Advanced materials are key to the development of a sustainable future, and this is exactly what Wootz, an advanced materials startup from Texas, USA, intends to do. Wootz produces aligned Carbon Nanotubes (CNT) materials using a novel manufacturing process, with high-performance properties that surpass competitors on the market. Their materials are electrically conductive, lighter than aluminum, stronger than steel, and as flexible as cotton, affording them promising applications within the electronics and renewable energy sectors.
Wootz started out with a fiber that exhibited exemplary properties in comparison to existing alternatives on the market, but they didn’t have a good product-market fit. Wootz had identified what they thought would be their beach-head market; Fly-fishing, as their fiber could create fishing line tippets that were ultra-strong and flexible. Yet, Wootz knew they would quickly outgrow this hobbyist market.
Enter CDL Matter, a stream which focuses on helping startups within the advanced materials space solve some of their most pressing business objectives like finding product-market fit, among many others. With the help of CDL mentors, Wootz gained feedback on their business objectives, pivoted from a limited beachhead market, and found their product-market fit elsewhere within the electronics and renewable energy sectors. Importantly, from this pivot, they gained investor interest and successfully closed a $2M seed round.
We asked Wootz founders Amram Bengio (CEO) and Alex Marks (Chief Engineer), to tell us how CDL Matter mentors helped them solve their most pressing pain points, like product-market fit. Here’s what they said:
How did CDL Matter help you find your target market?
Our initial target market, Fly-fishing, was far too small and the mentors were rightfully concerned that even success would not prove the properties of our product in such a way that it could serve as a steppingstone into adjacent markets. With the support of our CDL mentors, we learned how to methodically look for commercial opportunities for our technology that are aligned with our critical path, which in and of itself may have an even higher value than identifying any single opportunity, especially in the long term. I would say going through the CDL process helped us to think critically about commercial risk in general since as first-time technical founders we tend to overestimate technical risk and underestimate commercial risk.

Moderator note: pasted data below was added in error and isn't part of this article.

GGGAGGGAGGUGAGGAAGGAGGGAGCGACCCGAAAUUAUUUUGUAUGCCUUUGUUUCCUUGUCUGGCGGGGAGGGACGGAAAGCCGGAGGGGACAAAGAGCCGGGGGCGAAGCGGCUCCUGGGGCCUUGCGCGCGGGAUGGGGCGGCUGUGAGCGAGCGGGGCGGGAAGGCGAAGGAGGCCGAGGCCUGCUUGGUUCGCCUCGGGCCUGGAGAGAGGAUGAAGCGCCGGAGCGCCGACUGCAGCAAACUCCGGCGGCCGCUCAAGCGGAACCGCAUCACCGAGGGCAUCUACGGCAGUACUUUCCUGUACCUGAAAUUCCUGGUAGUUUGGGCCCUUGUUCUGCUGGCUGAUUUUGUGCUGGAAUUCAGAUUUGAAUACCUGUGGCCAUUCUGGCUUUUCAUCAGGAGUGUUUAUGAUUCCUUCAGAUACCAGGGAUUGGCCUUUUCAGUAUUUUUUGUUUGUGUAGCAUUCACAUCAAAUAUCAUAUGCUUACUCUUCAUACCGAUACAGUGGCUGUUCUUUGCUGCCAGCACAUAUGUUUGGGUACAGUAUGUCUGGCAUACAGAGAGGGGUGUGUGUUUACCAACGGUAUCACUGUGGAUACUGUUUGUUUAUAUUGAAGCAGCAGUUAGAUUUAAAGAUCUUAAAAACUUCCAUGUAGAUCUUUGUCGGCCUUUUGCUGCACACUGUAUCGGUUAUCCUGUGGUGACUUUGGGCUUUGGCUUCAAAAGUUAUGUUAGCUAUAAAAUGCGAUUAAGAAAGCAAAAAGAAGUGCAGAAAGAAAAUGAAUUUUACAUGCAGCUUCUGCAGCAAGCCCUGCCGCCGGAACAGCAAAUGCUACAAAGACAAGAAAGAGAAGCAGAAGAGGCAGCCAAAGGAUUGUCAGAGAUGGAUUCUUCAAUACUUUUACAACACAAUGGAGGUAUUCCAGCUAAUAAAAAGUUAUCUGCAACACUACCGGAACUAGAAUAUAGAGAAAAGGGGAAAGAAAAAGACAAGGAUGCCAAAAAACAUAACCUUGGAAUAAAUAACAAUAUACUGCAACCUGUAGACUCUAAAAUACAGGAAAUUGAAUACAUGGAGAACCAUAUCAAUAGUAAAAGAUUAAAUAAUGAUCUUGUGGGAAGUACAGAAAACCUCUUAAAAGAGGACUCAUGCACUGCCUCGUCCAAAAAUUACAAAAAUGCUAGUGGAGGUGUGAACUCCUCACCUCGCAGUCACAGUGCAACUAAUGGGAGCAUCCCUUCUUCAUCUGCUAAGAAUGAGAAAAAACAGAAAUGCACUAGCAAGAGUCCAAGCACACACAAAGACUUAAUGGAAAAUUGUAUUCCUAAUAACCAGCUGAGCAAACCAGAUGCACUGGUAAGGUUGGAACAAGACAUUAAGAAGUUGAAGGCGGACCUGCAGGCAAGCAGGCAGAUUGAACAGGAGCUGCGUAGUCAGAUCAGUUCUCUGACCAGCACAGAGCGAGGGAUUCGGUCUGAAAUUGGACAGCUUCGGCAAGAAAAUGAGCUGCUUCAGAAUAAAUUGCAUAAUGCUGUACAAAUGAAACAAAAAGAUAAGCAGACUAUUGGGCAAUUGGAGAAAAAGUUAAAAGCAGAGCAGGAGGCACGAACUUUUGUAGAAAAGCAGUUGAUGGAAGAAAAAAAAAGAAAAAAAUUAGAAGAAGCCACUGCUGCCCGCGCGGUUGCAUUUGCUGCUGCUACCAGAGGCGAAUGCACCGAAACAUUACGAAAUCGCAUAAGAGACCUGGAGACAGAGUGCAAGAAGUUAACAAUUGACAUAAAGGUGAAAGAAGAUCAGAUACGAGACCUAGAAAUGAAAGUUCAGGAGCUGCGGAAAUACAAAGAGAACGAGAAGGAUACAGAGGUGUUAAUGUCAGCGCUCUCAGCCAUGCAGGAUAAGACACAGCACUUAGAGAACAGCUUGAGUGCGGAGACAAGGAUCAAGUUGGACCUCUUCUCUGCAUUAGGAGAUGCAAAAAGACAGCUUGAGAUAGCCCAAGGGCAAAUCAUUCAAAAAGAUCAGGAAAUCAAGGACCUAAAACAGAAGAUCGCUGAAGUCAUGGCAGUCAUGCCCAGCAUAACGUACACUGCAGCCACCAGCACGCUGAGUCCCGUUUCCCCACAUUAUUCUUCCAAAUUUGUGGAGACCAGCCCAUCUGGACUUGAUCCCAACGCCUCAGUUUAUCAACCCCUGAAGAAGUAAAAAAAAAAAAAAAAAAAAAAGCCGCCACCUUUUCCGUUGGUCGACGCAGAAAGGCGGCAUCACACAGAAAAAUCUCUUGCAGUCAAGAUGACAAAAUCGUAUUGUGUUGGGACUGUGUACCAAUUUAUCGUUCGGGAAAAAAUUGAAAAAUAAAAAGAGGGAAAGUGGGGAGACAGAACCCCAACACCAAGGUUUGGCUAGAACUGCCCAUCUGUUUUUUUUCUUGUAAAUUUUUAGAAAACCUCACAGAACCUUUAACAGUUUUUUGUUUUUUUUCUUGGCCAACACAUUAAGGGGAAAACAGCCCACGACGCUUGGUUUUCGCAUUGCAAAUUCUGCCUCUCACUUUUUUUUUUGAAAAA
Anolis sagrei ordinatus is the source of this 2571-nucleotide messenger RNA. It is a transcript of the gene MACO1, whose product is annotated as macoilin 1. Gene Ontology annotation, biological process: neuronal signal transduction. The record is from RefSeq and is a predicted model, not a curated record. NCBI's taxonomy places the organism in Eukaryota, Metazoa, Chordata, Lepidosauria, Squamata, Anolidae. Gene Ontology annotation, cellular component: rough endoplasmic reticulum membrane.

Having understood the value propositions of our technology, CDL mentors pointed out that we were leaving some significant opportunities on the table. Sarah Applebaum (Partner at Pangaea) was instrumental in advising us on which markets represented an attractive opportunity, and going further, what to look out for when structuring partnerships as an early-stage company working with large commercial entities. Sarah also provided introductions to several investor groups and venture capital funds.
Michael Helander, (CEO and founder of OTI Lumionics) provided valuable insight into the electronics-display space, which turned out to be one of the markets where our technology can bring significant value. Michael provided strategic advice on what to look out for and what to keep in mind when structuring a partnership in this market, as well as introductions to individuals and entities active in the display space. From these introductions, we have gained commercial traction for our coatings.
Other than product-market fit, what other benefits did you receive from CDL?
1. Advice from seasoned professionals within the advanced materials space
The main benefits we took away from the program can be directly attributed to the CDL mentors’ wide, but directly relevant, range of backgrounds. Startup veterans in the advanced materials space know the many potential pitfalls we face. From their own hard-fought experiences, we learned what is important to focus on today to avoid problems in the future. They helped us to recognize red flags from potential investors and partners and prioritize tasks both in and out of the objective-setting framework.
2. How to create a strategic investment pitch-deck
In the initial stages of fundraising, we frequently walked away from our pitches with promises but no commitments. It has been our experience that most investors will not tell founders what they are thinking, or why they are wary of writing a check. Within the CDL program, however, mentors who are industry leaders in the VC space candidly advised us on what we were missing to craft a compelling pitch deck for investors, and how best to go from the first due diligence follow-up call to closing on an investment.
3. Optimize the customer discovery process
When talking to potential customers, we sometimes struggled to figure out whether a show of interest stemmed from a fleeting curiosity or a real sense of urgency. We spent an exorbitant amount of time on customer discovery projects that involved long hours doing feasibility studies and making prototypes for our prospective customers, with no monetizable commitment to show for it. CDL mentors, who are business leaders in their respective industries, helped us check our assumptions about the pain points of a given market. With this help, we were able to rapidly pivot from one application to the next.
Are you an advanced material startup looking to optimize your product-market fit? Contact the CDL Matter stream today!